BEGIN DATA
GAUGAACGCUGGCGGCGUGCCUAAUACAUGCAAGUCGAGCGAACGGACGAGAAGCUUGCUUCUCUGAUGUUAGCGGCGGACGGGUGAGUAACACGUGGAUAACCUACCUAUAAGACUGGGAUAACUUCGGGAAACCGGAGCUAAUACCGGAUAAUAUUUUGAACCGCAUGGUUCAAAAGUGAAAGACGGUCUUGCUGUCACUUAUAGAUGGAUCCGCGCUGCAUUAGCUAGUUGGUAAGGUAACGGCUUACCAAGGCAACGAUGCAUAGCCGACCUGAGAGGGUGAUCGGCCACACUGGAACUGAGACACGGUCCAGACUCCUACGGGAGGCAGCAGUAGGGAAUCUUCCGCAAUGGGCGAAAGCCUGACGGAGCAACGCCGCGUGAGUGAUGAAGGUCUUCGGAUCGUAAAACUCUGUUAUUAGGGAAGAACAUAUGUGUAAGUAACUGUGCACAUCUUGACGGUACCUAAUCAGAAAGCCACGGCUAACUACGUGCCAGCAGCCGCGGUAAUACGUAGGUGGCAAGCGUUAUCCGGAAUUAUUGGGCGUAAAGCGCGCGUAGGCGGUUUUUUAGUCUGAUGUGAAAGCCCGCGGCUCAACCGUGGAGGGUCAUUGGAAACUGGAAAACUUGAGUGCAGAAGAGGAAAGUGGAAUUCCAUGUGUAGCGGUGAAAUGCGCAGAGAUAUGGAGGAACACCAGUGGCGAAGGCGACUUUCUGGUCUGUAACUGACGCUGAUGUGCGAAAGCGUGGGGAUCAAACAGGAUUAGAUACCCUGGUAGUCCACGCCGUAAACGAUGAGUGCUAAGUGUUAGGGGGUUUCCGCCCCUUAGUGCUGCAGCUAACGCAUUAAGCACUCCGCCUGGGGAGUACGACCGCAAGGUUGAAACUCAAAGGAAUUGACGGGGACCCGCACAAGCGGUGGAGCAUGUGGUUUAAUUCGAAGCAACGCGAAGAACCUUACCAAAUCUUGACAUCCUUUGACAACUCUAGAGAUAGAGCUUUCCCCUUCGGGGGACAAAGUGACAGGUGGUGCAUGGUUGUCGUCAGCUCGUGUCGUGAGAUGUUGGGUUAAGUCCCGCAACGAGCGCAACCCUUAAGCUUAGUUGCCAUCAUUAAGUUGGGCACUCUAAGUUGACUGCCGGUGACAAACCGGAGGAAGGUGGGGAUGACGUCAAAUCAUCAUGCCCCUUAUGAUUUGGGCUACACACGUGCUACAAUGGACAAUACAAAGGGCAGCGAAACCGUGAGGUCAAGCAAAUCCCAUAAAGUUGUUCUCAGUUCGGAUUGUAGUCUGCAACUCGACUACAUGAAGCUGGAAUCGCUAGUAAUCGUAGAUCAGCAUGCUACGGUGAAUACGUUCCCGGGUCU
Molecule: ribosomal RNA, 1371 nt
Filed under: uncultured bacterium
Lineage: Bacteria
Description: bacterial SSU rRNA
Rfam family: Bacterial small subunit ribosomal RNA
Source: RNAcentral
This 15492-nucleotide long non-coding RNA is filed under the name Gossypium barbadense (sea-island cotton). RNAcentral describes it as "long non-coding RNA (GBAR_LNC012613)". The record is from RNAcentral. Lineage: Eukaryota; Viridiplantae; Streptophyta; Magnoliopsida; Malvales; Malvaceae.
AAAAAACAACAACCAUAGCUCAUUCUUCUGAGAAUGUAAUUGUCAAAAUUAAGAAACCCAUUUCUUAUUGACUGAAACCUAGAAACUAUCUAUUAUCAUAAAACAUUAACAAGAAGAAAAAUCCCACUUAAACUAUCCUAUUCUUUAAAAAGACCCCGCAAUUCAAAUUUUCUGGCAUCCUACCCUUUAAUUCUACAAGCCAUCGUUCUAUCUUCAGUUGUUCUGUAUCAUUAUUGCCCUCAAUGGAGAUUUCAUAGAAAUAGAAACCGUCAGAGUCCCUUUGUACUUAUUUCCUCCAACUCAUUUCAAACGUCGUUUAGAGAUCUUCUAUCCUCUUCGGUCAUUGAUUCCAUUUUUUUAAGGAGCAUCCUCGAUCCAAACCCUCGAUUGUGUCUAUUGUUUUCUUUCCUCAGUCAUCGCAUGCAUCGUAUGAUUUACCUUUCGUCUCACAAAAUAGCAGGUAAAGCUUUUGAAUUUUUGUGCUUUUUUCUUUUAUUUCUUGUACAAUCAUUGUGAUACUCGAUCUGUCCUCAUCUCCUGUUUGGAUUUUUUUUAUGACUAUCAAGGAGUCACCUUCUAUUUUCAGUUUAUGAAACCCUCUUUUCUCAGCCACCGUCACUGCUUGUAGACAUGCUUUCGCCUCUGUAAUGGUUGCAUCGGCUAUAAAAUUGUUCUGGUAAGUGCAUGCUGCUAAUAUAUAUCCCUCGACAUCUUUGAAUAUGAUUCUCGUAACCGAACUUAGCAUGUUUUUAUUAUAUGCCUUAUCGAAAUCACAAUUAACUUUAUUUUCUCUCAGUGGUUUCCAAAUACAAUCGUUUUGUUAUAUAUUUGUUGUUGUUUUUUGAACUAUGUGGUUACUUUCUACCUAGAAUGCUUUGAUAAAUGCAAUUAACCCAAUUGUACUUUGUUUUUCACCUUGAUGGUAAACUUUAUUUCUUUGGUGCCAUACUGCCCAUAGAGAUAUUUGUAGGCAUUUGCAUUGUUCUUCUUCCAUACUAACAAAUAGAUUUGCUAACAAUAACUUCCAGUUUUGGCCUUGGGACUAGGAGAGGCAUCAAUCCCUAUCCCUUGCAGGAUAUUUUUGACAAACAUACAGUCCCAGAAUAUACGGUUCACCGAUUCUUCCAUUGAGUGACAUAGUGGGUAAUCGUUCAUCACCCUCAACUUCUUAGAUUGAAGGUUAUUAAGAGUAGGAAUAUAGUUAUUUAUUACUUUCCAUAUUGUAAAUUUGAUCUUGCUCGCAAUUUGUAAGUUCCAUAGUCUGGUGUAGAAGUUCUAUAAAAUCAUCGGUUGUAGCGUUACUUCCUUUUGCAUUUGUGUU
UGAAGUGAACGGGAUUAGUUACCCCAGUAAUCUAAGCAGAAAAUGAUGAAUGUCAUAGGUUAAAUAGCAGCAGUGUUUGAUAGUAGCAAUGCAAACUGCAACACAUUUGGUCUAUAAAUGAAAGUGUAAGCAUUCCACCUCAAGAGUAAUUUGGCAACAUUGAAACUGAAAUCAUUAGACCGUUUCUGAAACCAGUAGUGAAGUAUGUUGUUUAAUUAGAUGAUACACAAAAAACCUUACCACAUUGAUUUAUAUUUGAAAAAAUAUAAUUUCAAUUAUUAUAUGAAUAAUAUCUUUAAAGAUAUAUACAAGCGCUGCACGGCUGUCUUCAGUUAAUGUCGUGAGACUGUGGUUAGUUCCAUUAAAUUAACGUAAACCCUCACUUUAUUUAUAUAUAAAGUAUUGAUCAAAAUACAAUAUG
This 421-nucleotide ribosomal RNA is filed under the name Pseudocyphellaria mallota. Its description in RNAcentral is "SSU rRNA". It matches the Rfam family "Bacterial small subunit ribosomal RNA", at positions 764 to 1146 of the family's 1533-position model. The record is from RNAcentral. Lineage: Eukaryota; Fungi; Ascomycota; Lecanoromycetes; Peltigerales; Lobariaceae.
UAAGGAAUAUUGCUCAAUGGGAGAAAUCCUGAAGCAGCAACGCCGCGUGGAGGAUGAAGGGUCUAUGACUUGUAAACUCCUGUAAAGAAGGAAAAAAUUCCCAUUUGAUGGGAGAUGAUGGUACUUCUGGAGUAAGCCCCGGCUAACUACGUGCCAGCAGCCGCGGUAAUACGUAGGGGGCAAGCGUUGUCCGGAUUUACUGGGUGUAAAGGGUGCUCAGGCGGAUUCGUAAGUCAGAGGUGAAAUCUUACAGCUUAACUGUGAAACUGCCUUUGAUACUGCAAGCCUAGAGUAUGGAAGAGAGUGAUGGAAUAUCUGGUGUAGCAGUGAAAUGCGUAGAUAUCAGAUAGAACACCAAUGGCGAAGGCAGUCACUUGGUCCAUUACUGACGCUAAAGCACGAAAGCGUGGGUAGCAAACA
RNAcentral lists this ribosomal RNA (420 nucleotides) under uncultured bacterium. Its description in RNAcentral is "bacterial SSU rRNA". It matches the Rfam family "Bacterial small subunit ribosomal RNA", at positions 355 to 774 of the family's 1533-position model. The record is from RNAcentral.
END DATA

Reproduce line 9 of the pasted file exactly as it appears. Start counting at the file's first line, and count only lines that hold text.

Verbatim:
AAAAAACAACAACCAUAGCUCAUUCUUCUGAGAAUGUAAUUGUCAAAAUUAAGAAACCCAUUUCUUAUUGACUGAAACCUAGAAACUAUCUAUUAUCAUAAAACAUUAACAAGAAGAAAAAUCCCACUUAAACUAUCCUAUUCUUUAAAAAGACCCCGCAAUUCAAAUUUUCUGGCAUCCUACCCUUUAAUUCUACAAGCCAUCGUUCUAUCUUCAGUUGUUCUGUAUCAUUAUUGCCCUCAAUGGAGAUUUCAUAGAAAUAGAAACCGUCAGAGUCCCUUUGUACUUAUUUCCUCCAACUCAUUUCAAACGUCGUUUAGAGAUCUUCUAUCCUCUUCGGUCAUUGAUUCCAUUUUUUUAAGGAGCAUCCUCGAUCCAAACCCUCGAUUGUGUCUAUUGUUUUCUUUCCUCAGUCAUCGCAUGCAUCGUAUGAUUUACCUUUCGUCUCACAAAAUAGCAGGUAAAGCUUUUGAAUUUUUGUGCUUUUUUCUUUUAUUUCUUGUACAAUCAUUGUGAUACUCGAUCUGUCCUCAUCUCCUGUUUGGAUUUUUUUUAUGACUAUCAAGGAGUCACCUUCUAUUUUCAGUUUAUGAAACCCUCUUUUCUCAGCCACCGUCACUGCUUGUAGACAUGCUUUCGCCUCUGUAAUGGUUGCAUCGGCUAUAAAAUUGUUCUGGUAAGUGCAUGCUGCUAAUAUAUAUCCCUCGACAUCUUUGAAUAUGAUUCUCGUAACCGAACUUAGCAUGUUUUUAUUAUAUGCCUUAUCGAAAUCACAAUUAACUUUAUUUUCUCUCAGUGGUUUCCAAAUACAAUCGUUUUGUUAUAUAUUUGUUGUUGUUUUUUGAACUAUGUGGUUACUUUCUACCUAGAAUGCUUUGAUAAAUGCAAUUAACCCAAUUGUACUUUGUUUUUCACCUUGAUGGUAAACUUUAUUUCUUUGGUGCCAUACUGCCCAUAGAGAUAUUUGUAGGCAUUUGCAUUGUUCUUCUUCCAUACUAACAAAUAGAUUUGCUAACAAUAACUUCCAGUUUUGGCCUUGGGACUAGGAGAGGCAUCAAUCCCUAUCCCUUGCAGGAUAUUUUUGACAAACAUACAGUCCCAGAAUAUACGGUUCACCGAUUCUUCCAUUGAGUGACAUAGUGGGUAAUCGUUCAUCACCCUCAACUUCUUAGAUUGAAGGUUAUUAAGAGUAGGAAUAUAGUUAUUUAUUACUUUCCAUAUUGUAAAUUUGAUCUUGCUCGCAAUUUGUAAGUUCCAUAGUCUGGUGUAGAAGUUCUAUAAAAUCAUCGGUUGUAGCGUUACUUCCUUUUGCAUUUGUGUU